Understaffing is one of the major problems that modern nurses face. Due to an apparent staffing deficit in hospitals, nurses are required to perform tasks other than nursing. This results in a low nurse-to-patient ratio and more nurses attending to patients than is reasonable (Challinor et al., 2020). The patient-nurse relationship is hampered by the excessive workload that nurses are under. Inequality in the nurse-to-patient ratio and workforce principles to unmanageable patient load The nurse-to-patient ratio is vital to maintain since it dramatically impacts how patient care is delivered. Patients die, contract infections, sustain injuries, or are sent home too soon when nurses are required to work with high nurse-patient ratios and have inadequate training on how to take care of their illnesses.

A short recruitment strategy in a healthcare setting frequently results in long workdays and staff nurse turnover. It is clearly having a negative impact on the nurses’ health. When a nurse is physically and mentally worn out, it can be challenging to provide coordinated nursing care (Pittman, 2019). Because of understaffing, nurses are forced to work long hours and perform tasks outside their areas of expertise, leaving them with little time to perform their actual duties. They overspend on nursing-related tasks, such as inventory, record keeping, and billing.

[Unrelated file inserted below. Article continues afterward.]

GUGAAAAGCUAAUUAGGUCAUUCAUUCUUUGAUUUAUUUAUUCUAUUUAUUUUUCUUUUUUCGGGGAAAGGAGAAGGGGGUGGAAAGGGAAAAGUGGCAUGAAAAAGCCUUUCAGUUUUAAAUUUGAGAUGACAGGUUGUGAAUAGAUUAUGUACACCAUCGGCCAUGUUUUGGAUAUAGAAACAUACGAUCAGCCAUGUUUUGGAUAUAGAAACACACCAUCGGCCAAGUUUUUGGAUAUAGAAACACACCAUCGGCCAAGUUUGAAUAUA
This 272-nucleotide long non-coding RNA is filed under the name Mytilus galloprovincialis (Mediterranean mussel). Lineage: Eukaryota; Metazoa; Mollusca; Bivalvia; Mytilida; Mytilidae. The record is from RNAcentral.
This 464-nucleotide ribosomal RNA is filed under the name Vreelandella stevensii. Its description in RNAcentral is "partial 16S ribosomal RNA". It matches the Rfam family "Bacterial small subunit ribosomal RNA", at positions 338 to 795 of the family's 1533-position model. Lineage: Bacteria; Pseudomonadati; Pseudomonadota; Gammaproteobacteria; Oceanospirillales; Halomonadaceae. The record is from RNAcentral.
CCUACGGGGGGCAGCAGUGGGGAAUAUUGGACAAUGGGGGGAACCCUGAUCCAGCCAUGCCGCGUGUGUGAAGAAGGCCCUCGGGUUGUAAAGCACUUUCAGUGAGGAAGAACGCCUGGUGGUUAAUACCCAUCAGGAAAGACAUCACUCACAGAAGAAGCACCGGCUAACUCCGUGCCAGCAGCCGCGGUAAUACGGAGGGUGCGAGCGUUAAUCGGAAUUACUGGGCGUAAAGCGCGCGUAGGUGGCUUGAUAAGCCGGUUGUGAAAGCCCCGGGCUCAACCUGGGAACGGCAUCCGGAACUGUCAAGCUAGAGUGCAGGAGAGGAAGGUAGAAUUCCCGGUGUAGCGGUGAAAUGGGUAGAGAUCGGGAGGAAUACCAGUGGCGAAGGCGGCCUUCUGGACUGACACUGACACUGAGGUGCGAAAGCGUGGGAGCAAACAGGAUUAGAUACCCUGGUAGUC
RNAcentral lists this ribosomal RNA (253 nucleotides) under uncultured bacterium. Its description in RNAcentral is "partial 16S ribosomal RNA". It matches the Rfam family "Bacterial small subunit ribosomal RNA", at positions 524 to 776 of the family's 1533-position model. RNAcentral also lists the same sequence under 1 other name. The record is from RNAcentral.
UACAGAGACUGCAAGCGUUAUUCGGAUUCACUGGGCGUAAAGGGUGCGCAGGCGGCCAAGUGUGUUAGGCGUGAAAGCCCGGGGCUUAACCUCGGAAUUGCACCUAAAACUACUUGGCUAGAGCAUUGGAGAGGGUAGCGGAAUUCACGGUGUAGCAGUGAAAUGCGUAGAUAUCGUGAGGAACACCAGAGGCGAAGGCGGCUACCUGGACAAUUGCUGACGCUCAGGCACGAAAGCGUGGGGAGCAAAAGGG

Nurses risk developing health risks related to their jobs if appropriate precautions and upkeep are not followed. Nurses face various biological, physical, and chemical hazards (Bayliss-Pratt et al., 2020). Nurses often arrive at work with serious illnesses, and their safety is not given priority. In this sense, nurses are more likely to contract fatal illnesses that could ultimately result in their death.

Various societal concerns surrounding nurses in their jobs, for instance, lack of acknowledgment by other professions, are a concern to the profession. Nurses are highly qualified professionals who complete professional courses and training to become certified. However, many view them as uneducated, morally dubious women who serve as maids (Bayliss-Pratt et al., 2020). They believe they still need to receive the acknowledgment that they are due. They have experienced severe discomfort regarding their status and have been acutely aware of its injustice as a result of the disconnect between who they consider themselves and what other people perceive of them. The issue of gender and stereotypes still exists, as nursing is still perceived as tender, feminine, and unproven labor, a long cry from the highly educated and skilled realities of the field today (Bayliss-Pratt et al., 2020). Men make up a small percentage of the workforce and are overrepresented in positions and ethnic groups as a result of this. Consequently, this has exacerbated issues like inadequate hiring and retention.

Nurse remuneration persists despite the amplified workload and necessity of nurses functioning as caretakers. The private sector needs more uniformity and pays more. Many are required to sign a bonded agreement that links them to that facility inexorably, and breaching the contract frequently entails paying a large sum of money to be released, according to Lee et al. (2019). If not, the hospital administration owns all of their certifications. In this sense, nurses’ pay for their labor is unfair.